The fourth Thursday of every November is a time to give thanks. It is a day where we spend time with our friends and family and give thanks for what we are extremely blessed to have. It is a time when people gorge themselves on food and stuff their faces full of turkey, corn bread, stuffing, pies and any other family recipes. People are full, they are satisfied and happy. Thanksgiving is my worst nightmare.
I have been living with an eating disorder for as long as I can remember. I have a vivid memory of standing in my ballet class at the ripe old age of four and thinking to myself that my stomach was too big. Four years old. Most four year olds do not even know what they are eating, much less how much they are eating. As I grew up and went off to high school and college, I was mentally and physically very ill. For me, my body defined who I was and what I was worthy of. My body image was the end all, be all. I did not think I was worthy of eating and if I did eat, I felt immense shame and guilt. These feelings led me to force myself to throw up, resulting in an ever-lasting cycle of Anorexia and Bulimia.
My world came crashing down during my senior year of high school. I refused to admit that I needed help. I felt strong and powerful. The less I ate and the more I threw up, the more love I had for myself. If I could make Ed happy (my eating disorder) that was all that mattered. I got a high from harming myself and putting my body in so much danger. The more weight I lost, the happier Ed was with me. You know when your parents say, “We’re not mad, we’re disappointed,” and you instantly feel terrible? If I ate something, Ed would be extremely disappointed and I would feel terrible. It was worse than letting down my parents. I had let a controlling voice in my head take over my entire life. I alienated myself from my friends and family. I never attended outings where I knew food would be present, and most of all, I continued to kill myself. Numerous doctors told me my heart would stop beating and I would die. The more times I heard that, the more I felt accomplished. I was impressing Ed and that was all that mattered.
After numerous fainting spells, months of harming myself and years of an internal struggle, I was forced to go to an in-patient rehabilitation facility. I was furious. I hated my parents and most of all, I hated myself for letting down Ed. I like to describe it as the hell that saved my life. I was pushed to my mental, physical and emotional breaking point each and every day. I was forced to talk about my feelings rather than hide them with food. This was extremely scary to me, as I had been hiding behind food for the past 13 years of my life. I was ashamed of myself and felt as though no one would understand. I was so ashamed to admit that I was weak enough to give into something so powerful and so controlling. I was ashamed that I had wasted 13 precious years trying to be something that I was not.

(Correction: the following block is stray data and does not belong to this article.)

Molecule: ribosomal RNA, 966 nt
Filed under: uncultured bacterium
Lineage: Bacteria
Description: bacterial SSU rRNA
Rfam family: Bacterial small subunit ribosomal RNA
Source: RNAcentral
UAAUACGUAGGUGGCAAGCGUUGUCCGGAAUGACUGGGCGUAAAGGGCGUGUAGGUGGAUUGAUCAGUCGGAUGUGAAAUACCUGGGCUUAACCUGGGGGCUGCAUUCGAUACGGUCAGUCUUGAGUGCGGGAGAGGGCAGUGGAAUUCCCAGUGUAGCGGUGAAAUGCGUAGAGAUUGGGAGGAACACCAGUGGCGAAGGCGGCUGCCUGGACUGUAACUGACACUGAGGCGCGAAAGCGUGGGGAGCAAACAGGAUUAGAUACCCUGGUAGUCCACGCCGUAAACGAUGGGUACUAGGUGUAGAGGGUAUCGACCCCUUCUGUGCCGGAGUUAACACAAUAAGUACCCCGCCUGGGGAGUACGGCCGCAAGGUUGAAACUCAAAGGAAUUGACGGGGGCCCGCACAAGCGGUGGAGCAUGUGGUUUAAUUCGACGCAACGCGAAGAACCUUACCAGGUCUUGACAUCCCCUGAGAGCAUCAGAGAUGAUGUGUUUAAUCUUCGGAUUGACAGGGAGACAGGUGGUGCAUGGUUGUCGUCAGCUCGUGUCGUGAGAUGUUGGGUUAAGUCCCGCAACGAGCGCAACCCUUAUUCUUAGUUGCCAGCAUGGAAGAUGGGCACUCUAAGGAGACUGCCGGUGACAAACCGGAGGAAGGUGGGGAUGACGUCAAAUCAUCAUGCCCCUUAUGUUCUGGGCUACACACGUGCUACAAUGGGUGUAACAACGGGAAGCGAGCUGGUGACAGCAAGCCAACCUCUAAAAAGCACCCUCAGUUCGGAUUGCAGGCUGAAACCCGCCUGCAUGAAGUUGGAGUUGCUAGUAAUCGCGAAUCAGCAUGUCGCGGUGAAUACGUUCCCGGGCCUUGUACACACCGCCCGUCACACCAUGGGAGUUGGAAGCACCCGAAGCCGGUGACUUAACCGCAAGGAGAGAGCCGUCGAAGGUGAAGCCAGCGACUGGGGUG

I would be lying to everyone reading this if I had said that I eat enough each day and have not thrown up since being released from rehab almost three years ago. I would be lying if I said that I feel so much hope and courage in each and every day. Most of all, I would be lying if I said that I am still ashamed of myself. I still struggle with my eating disorder every single day; I still find it hard to grasp the hope and courage to get through the day knowing that I am good enough. However, I am not ashamed of myself. I no longer go through the day embarrassed about my struggles because I know they do not define who I am as a person. That annoying, controlling, manipulative, pessimistic and selfish voice in my head will NEVER control me again.
I never imagined I would be able to share my story. I never imagined that I would come out of these struggles and this hell as a better and stronger person. That is the funny thing about mental health. It changes you. It gives you a new perspective on life and forces you to dig deeper, to find more meanings of life and to know that each and every day holds something new. People who struggle with mental health are not crazy, they are not scary and they are sure not bad people. They are people who know the hell, the suffocation, the frustration and the ever-lasting feelings of guilt, shame and remorse.
This past Thanksgiving, I remember sitting down at the table and taking a deep breath. A few moments before, I had cried in my bathroom, fearing that the huge dinner I would eat would make me feel guilt and shame. As my family and I cleared off the table hours later, Ed was nowhere in sight or in my mind.